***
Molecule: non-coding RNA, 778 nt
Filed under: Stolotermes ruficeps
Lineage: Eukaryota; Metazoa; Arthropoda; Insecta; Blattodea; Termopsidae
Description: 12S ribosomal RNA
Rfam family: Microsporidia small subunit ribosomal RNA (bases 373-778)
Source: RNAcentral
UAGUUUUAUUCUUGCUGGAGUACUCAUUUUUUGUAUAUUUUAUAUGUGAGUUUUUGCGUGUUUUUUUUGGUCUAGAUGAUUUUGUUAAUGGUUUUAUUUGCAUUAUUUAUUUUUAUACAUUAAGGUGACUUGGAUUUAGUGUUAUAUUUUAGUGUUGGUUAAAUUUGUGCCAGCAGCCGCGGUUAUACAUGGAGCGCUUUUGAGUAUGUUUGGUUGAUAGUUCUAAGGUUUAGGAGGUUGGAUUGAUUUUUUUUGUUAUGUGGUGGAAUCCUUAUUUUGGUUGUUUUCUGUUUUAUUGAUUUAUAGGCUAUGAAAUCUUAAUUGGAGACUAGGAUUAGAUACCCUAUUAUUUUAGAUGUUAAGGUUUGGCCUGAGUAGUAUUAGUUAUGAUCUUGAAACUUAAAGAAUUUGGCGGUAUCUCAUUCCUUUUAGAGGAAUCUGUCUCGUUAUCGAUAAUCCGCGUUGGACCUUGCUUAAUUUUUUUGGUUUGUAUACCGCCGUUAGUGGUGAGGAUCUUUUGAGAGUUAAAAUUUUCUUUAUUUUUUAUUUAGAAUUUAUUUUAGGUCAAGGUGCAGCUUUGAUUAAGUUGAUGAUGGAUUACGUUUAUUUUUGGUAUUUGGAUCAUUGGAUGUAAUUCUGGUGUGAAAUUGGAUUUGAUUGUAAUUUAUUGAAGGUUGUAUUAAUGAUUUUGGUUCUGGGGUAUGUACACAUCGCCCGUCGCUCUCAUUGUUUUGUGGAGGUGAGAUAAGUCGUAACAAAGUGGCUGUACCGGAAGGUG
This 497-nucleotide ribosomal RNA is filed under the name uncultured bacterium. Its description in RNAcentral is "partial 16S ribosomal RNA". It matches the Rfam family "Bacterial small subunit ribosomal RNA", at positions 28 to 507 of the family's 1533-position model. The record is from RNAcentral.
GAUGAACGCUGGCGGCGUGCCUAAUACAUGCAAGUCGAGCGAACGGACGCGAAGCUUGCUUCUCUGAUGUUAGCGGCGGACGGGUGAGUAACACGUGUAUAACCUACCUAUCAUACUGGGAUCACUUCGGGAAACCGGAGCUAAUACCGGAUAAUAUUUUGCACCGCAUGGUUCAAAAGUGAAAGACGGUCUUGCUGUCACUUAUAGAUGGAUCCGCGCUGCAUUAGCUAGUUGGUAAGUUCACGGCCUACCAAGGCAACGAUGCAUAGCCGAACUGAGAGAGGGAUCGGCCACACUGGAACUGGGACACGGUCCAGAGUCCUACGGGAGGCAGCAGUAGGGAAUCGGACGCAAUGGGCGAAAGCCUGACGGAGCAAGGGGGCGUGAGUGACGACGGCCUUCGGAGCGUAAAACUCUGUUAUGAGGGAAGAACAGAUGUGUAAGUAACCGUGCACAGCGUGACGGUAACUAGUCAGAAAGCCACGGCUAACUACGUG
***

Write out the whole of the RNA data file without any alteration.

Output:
Molecule: non-coding RNA, 778 nt
Filed under: Stolotermes ruficeps
Lineage: Eukaryota; Metazoa; Arthropoda; Insecta; Blattodea; Termopsidae
Description: 12S ribosomal RNA
Rfam family: Microsporidia small subunit ribosomal RNA (bases 373-778)
Source: RNAcentral
UAGUUUUAUUCUUGCUGGAGUACUCAUUUUUUGUAUAUUUUAUAUGUGAGUUUUUGCGUGUUUUUUUUGGUCUAGAUGAUUUUGUUAAUGGUUUUAUUUGCAUUAUUUAUUUUUAUACAUUAAGGUGACUUGGAUUUAGUGUUAUAUUUUAGUGUUGGUUAAAUUUGUGCCAGCAGCCGCGGUUAUACAUGGAGCGCUUUUGAGUAUGUUUGGUUGAUAGUUCUAAGGUUUAGGAGGUUGGAUUGAUUUUUUUUGUUAUGUGGUGGAAUCCUUAUUUUGGUUGUUUUCUGUUUUAUUGAUUUAUAGGCUAUGAAAUCUUAAUUGGAGACUAGGAUUAGAUACCCUAUUAUUUUAGAUGUUAAGGUUUGGCCUGAGUAGUAUUAGUUAUGAUCUUGAAACUUAAAGAAUUUGGCGGUAUCUCAUUCCUUUUAGAGGAAUCUGUCUCGUUAUCGAUAAUCCGCGUUGGACCUUGCUUAAUUUUUUUGGUUUGUAUACCGCCGUUAGUGGUGAGGAUCUUUUGAGAGUUAAAAUUUUCUUUAUUUUUUAUUUAGAAUUUAUUUUAGGUCAAGGUGCAGCUUUGAUUAAGUUGAUGAUGGAUUACGUUUAUUUUUGGUAUUUGGAUCAUUGGAUGUAAUUCUGGUGUGAAAUUGGAUUUGAUUGUAAUUUAUUGAAGGUUGUAUUAAUGAUUUUGGUUCUGGGGUAUGUACACAUCGCCCGUCGCUCUCAUUGUUUUGUGGAGGUGAGAUAAGUCGUAACAAAGUGGCUGUACCGGAAGGUG
This 497-nucleotide ribosomal RNA is filed under the name uncultured bacterium. Its description in RNAcentral is "partial 16S ribosomal RNA". It matches the Rfam family "Bacterial small subunit ribosomal RNA", at positions 28 to 507 of the family's 1533-position model. The record is from RNAcentral.
GAUGAACGCUGGCGGCGUGCCUAAUACAUGCAAGUCGAGCGAACGGACGCGAAGCUUGCUUCUCUGAUGUUAGCGGCGGACGGGUGAGUAACACGUGUAUAACCUACCUAUCAUACUGGGAUCACUUCGGGAAACCGGAGCUAAUACCGGAUAAUAUUUUGCACCGCAUGGUUCAAAAGUGAAAGACGGUCUUGCUGUCACUUAUAGAUGGAUCCGCGCUGCAUUAGCUAGUUGGUAAGUUCACGGCCUACCAAGGCAACGAUGCAUAGCCGAACUGAGAGAGGGAUCGGCCACACUGGAACUGGGACACGGUCCAGAGUCCUACGGGAGGCAGCAGUAGGGAAUCGGACGCAAUGGGCGAAAGCCUGACGGAGCAAGGGGGCGUGAGUGACGACGGCCUUCGGAGCGUAAAACUCUGUUAUGAGGGAAGAACAGAUGUGUAAGUAACCGUGCACAGCGUGACGGUAACUAGUCAGAAAGCCACGGCUAACUACGUG